Momentum: Builder of Places

I’ve been thinking a lot about momentum. In recent experiences, I’ve seen momentum build on a community’s sense of place, and I’ve seen momentum begin to tear it apart.

(n.d.). WordNet® 2.0.

n 1: an impelling force or strength; “the car’s momentum carried it off the road” [syn: impulse] 2: the product of a body’s mass and its velocity; “the momentum of the particles was deduced from meteoritic velocities”

“An impelling force” sounds impressive, but somehow I don’t think momentum can be tied in any way to “brute strength.” Momentum is physics. Boulders fall from cliffs. Definitely random and destructive momentum. Initiating positive momentum requires sophistication, coordination, and a unified objective. Initiating positive momentum is largely about creating efficiencies within components of a machine. Momentum is the total force of every component of the object in movement. Momentum catapults F-16s off runway ramps, F-18 Tomcats off aircraft carriers, and NASA shuttles into outer space.

Protests gather steam because of momentum. Civil rights movements created a series of storms across the South — and across the nation — that led to unprescedented Civil Rights legislation — shepherded and signed into law by President Lyndon Baines Johnson.

Yet the momentum gathering in my town isn’t a protest against anything. It’s a series of letter-writing campaigns, photo submissions, in-kind corporate conributions, and gatherings — large and small — laced with impassioned speeches from young professionals, students, teachers, business executives, retired physicians, pilots, homemakers, and songwriters.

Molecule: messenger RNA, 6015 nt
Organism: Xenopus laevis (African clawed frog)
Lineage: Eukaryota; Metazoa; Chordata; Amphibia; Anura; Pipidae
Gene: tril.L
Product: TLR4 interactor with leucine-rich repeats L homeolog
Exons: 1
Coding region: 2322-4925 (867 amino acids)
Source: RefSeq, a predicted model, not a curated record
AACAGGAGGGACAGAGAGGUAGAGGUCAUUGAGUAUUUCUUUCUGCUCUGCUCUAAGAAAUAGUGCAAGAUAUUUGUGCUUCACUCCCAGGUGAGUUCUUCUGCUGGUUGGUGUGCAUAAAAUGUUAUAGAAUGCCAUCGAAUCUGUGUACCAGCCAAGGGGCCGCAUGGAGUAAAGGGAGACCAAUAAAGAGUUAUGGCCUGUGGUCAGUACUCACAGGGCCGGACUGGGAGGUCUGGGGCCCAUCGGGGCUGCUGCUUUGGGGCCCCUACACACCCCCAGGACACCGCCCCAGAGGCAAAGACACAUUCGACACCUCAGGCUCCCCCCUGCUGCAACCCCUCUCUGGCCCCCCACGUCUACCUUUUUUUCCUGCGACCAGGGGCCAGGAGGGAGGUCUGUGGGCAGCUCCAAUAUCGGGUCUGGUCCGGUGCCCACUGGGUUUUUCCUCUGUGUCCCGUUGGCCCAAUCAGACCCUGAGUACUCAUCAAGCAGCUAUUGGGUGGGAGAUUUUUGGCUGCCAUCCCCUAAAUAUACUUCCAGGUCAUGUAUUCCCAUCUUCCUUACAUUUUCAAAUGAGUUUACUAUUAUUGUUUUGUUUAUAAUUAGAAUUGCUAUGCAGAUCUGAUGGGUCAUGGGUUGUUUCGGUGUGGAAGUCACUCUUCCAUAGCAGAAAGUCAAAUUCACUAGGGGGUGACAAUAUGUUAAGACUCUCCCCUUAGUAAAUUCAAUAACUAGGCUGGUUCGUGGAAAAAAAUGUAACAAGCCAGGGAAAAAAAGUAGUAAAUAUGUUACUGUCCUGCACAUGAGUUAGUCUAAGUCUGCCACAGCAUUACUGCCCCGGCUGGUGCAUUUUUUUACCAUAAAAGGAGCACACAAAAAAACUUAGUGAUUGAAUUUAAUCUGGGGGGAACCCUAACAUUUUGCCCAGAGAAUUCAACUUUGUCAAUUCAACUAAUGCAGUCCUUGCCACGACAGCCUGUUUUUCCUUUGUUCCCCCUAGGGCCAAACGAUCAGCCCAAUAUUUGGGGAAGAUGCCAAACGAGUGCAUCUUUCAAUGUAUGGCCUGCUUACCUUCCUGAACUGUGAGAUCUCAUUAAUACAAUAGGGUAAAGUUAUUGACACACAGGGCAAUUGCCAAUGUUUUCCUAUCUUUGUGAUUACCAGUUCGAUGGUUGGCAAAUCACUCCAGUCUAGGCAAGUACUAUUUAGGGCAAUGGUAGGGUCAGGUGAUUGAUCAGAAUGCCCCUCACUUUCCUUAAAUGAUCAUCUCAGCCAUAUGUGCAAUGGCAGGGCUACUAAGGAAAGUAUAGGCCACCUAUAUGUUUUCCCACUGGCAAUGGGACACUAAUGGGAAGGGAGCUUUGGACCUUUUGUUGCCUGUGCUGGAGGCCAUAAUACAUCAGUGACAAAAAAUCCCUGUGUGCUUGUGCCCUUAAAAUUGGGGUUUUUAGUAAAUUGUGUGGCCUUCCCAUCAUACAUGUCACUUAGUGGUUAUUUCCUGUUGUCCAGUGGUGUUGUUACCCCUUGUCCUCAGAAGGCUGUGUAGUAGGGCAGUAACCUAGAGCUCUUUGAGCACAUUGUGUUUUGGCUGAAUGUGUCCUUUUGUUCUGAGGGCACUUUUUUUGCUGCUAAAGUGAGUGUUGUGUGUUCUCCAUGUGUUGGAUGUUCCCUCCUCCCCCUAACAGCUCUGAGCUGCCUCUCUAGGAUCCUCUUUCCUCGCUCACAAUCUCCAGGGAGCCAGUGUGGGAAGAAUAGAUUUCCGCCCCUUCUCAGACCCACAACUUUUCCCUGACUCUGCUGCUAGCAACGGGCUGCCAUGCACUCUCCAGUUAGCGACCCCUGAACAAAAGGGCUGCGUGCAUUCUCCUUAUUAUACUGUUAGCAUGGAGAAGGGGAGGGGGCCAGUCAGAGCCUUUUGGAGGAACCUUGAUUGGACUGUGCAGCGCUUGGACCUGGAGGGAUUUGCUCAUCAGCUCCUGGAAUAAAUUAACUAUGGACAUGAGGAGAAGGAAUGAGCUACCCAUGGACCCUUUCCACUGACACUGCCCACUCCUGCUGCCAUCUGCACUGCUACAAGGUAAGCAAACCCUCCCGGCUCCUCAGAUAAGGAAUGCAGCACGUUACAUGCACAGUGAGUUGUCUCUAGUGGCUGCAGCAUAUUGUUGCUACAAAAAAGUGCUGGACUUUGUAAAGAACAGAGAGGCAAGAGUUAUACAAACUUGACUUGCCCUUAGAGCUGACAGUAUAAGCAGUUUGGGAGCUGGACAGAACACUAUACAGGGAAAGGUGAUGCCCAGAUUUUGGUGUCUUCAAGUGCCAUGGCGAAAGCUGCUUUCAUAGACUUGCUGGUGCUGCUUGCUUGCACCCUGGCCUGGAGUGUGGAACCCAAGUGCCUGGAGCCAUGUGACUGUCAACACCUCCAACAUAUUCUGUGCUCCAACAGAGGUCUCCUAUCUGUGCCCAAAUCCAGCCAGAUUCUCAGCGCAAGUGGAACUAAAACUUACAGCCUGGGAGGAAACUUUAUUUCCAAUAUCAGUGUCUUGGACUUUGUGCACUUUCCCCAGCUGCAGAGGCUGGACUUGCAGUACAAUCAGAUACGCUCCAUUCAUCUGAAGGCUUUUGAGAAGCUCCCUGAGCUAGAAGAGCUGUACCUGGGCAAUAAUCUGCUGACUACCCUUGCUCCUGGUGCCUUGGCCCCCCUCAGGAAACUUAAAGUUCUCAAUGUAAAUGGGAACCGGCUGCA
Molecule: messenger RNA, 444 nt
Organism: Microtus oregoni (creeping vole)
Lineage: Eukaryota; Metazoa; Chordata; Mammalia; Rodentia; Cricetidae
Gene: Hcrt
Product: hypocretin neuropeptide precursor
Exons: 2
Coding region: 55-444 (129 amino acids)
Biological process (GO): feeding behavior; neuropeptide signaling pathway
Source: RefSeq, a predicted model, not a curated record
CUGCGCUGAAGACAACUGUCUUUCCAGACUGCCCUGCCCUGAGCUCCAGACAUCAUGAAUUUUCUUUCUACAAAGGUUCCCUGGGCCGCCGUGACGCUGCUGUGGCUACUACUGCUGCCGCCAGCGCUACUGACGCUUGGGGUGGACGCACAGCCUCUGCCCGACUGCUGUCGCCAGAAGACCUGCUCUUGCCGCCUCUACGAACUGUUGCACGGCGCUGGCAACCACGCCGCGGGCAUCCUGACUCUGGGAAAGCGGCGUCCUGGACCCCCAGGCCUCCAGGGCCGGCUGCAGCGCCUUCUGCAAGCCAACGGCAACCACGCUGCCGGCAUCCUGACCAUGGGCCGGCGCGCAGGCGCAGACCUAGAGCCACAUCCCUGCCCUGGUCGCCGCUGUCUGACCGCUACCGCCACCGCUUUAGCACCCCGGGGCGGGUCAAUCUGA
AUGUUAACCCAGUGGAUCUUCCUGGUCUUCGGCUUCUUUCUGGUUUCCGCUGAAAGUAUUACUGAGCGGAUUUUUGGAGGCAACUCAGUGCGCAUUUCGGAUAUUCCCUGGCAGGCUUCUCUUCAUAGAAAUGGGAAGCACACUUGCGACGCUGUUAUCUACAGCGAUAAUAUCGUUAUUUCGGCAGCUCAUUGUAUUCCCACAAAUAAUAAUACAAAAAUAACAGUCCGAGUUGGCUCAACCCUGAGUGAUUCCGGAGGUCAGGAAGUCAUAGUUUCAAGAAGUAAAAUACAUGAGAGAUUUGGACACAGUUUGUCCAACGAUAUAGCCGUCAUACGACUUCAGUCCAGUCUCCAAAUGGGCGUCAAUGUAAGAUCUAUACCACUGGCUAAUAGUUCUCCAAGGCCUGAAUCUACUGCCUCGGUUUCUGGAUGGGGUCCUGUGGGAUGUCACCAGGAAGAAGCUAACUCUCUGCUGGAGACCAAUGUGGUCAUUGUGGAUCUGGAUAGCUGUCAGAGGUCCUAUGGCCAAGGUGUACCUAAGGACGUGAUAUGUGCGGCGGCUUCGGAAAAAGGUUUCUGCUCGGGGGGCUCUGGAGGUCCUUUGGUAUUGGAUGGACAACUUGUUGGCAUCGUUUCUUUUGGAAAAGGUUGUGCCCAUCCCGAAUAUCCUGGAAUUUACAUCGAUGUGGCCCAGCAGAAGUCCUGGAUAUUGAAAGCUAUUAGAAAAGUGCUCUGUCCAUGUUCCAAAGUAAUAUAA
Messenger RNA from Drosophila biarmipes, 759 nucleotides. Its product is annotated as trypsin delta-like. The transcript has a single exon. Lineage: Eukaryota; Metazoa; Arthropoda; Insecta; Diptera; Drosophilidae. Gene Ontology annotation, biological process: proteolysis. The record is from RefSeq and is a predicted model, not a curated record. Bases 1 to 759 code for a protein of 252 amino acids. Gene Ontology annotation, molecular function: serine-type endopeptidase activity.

Bring It Home Lines

A standing-room-only house at the Holiday Inn City Center — approximately 1,200 supporters — gathered in mid-November to tell some folks representing Washington, D.C. what they thought. The U.S. Marshals Service Site Selection Committee heard the unified, thunderous voice loud and clear.

Bring it home! Bring it home! Bring it home!

I’ve had a couple of weeks to think about that day, and the events leading up to it. I’m past the point of asking how the heck we pulled that off — 1,200 people of all ages and from all walks of life jammed into a ballroom at noon on a rainy, chilly day. Several men arrived early together and camped out at a table mid-way back. I had a chance to talk with them for a few minutes. They’d driven all the way from Oklahoma City, without really understanding why. All they knew was that it would be an opportunity to pay their respects to their great, great grandfather, who rode for Judge Parker’s court.

When these men were called on during the open mic segment, we looked like brilliant manipulators, managing every detail of the luncheon. The truth is, we have no idea how these gentlemen knew to drive to Fort Smith. We had no idea how we’d introduce them to members of the U.S. Marshals Service Site Selection Committee.

So how’d little miracles like this happen over and over again? Momentum.

Momentum affects place, either purposely or haphazardly. Usually, the momentum is a rising tide against something. In the quest for the U.S. Marshals Museum, velocity, energy, and mass are a result of collective passion for something special. It’s a passion for and a pride in who we are.

For many, many years, a core group of Fort Smith residents have worked tirelessly to preserve our past. Still another group has passed on family history, through oral stories, keepsakes, photographs, documents, badges, firearms, and other pieces of their past.